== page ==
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Good morning. UK inflation has hit 9 per cent, the highest level in more than 40 years and almost double the rate the Bank of England expected six months ago. Today we analyse the challenges this poses for ministers, and ponder whether the Conservatives might be coming around to a windfall tax. Get in touch at the email address below.
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The wages story is a public services story, too
Good news! UK unemployment has fallen to its lowest level since 1974. Bad news! What did we have in 1974? Answer: runaway inflation, stagnant growth and a mediocre Labour party winning a general election by default.
That historical fact is what spooks Conservative MPs and cheers Labour MPs. The pressure on households is one reason why Sir Keir Starmer enjoys a reliable opinion poll lead over Boris Johnson. More importantly, it has painful, long-lasting consequences for households today. As my colleagues Delphine Strauss and Chris Giles point out, Britain is contending with the same shock to energy prices as other European countries, but it also has a labour market more like that of the US, with widespread worker shortages fuelling wage pressures.
The problem this creates for the Tory party is this: if prices are rising but wages aren’t, then all voters will be miserable and this is bad for the government. But if prices and wages are rising, this creates specific pressures on the public sector, which will struggle to fill vacancies.
If you take bonuses into account, total pay is still outpacing inflation, according to the Office for National Statistics’ figures for the three months to March. But compared with the private sector, wages in the public sector are languishing behind. Nominal total pay rose 10.7 per cent year on year in finance and business services, but just 1.4 per cent — equivalent to a big real terms fall — in the public sector.
Inflation is, obviously, a direct political problem for the government. But it is also an indirect one, because of the pressures it creates on the public services. Employees in the public sector will go elsewhere, further deepening the pressures already being experienced by schools and hospitals.
As Laura McInerney, formerly editor of SchoolsWeek, explains here, the UK is already facing a shortage of teachers for many different reasons. Add rising private sector wages on top of that and you have real problems.
Starmer’s party has any number of deficiencies, but I think the most probable scenario after the next election is Labour in office. It is hard to see how the Conservatives can avoid fighting the next leadership contest against a backdrop of general inflation (which is bad for an incumbent government of any hue), or one in which the public services are under strain (which favours the Labour party whether it is in opposition or government).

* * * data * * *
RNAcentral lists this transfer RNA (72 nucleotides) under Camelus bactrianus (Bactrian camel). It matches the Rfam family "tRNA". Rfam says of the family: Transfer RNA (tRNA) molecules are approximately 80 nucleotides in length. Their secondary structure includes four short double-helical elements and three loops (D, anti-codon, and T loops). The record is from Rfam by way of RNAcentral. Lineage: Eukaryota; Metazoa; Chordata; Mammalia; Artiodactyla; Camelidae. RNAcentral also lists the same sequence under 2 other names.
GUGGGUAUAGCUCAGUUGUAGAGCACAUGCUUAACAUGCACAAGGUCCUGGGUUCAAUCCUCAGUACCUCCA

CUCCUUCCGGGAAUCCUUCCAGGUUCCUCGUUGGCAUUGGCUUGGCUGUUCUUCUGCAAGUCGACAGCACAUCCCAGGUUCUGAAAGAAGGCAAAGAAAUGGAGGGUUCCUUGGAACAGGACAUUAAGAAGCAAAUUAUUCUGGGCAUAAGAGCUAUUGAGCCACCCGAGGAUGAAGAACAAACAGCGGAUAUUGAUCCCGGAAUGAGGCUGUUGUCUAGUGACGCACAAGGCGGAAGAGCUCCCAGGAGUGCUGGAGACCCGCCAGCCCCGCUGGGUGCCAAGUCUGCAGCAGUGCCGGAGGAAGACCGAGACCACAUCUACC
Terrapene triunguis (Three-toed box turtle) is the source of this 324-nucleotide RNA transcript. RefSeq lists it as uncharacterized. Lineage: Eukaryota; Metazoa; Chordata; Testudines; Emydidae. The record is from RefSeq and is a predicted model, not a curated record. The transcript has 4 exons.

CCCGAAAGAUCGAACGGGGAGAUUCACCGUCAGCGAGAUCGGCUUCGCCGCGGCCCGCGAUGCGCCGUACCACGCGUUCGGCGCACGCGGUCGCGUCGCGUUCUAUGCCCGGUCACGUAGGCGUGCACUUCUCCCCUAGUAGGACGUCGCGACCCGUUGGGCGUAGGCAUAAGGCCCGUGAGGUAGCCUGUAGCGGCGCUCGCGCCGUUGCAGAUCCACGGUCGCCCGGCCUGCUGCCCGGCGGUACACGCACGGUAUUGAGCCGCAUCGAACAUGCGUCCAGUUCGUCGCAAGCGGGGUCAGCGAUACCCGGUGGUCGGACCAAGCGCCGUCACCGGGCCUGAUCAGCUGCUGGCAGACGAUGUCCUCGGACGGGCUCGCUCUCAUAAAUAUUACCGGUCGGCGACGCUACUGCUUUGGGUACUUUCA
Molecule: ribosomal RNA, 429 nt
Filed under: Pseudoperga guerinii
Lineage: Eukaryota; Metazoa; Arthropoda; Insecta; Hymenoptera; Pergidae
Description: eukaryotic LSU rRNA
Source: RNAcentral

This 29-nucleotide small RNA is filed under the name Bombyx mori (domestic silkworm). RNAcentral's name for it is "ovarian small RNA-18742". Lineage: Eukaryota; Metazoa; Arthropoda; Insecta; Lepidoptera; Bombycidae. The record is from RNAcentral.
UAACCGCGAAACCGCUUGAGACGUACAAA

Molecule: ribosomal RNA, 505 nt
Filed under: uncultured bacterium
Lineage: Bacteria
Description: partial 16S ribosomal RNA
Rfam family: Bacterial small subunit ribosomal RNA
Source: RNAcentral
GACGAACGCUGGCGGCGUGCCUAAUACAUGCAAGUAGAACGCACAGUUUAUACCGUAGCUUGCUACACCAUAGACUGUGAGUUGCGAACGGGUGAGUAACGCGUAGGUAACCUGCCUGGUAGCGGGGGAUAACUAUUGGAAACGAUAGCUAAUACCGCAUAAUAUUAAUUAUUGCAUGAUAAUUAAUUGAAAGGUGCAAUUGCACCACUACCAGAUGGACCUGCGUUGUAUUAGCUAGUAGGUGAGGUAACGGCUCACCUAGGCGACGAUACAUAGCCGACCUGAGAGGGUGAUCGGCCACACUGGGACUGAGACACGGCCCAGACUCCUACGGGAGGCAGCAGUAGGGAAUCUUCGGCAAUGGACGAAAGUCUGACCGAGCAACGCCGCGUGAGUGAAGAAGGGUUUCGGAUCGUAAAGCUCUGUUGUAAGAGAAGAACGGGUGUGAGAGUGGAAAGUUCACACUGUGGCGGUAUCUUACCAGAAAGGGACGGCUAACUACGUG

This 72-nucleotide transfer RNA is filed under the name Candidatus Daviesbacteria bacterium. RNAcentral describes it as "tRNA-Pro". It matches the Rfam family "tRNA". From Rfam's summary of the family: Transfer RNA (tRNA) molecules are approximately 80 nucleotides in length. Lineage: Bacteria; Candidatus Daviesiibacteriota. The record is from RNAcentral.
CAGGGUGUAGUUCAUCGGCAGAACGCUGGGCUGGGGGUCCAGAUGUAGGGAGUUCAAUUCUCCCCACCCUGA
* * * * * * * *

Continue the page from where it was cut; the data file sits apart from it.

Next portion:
Labour’s big break
The chancellor Rishi Sunak has, thus far, resisted Labour’s calls for a windfall tax on the energy companies, arguing that it could hamper investment in the North Sea at a time when the government wants to improve the UK’s energy security. How long can he keep it up?
There are good reasons to resist windfall taxes, but, as Chris Giles explains at greater length here, now may be a rare moment when a windfall tax is a good idea. Equally importantly from the government’s perspective, shadow chancellor Rachel Reeves and her colleagues have been making a lot of running calling for a windfall tax, so implementing one yourself deprives the opposition of a useful talking point.
On top of all that, the government may well want to exit from the energy price cap. Conservative ministers and MPs alike are prone to compare the cap to the exchange rate mechanism, the ill-fated attempt to peg sterling to the Deutsche mark, which the UK eventually was forced to painfully separate itself from.
You can see how the government could abandon the cap and use that as a pretext to introduce a windfall tax on the energy companies, which would free the Conservatives up to fund a series of measures to ease the pain of rising inflation. But whether the government ends up abandoning the price cap or not, it is highly likely that the Conservatives will end up embracing some kind of windfall tax. Tell us what you think by voting in our poll.
Now try this
This Vanity Fair piece on the future of Star Wars is fascinating: not so much for the titbits about forthcoming films and TV shows, but for Lucasfilm president Kathleen Kennedy’s reflections on what has worked, and what hasn’t, since Disney’s $4.1bn capture of George Lucas’ blockbuster franchise.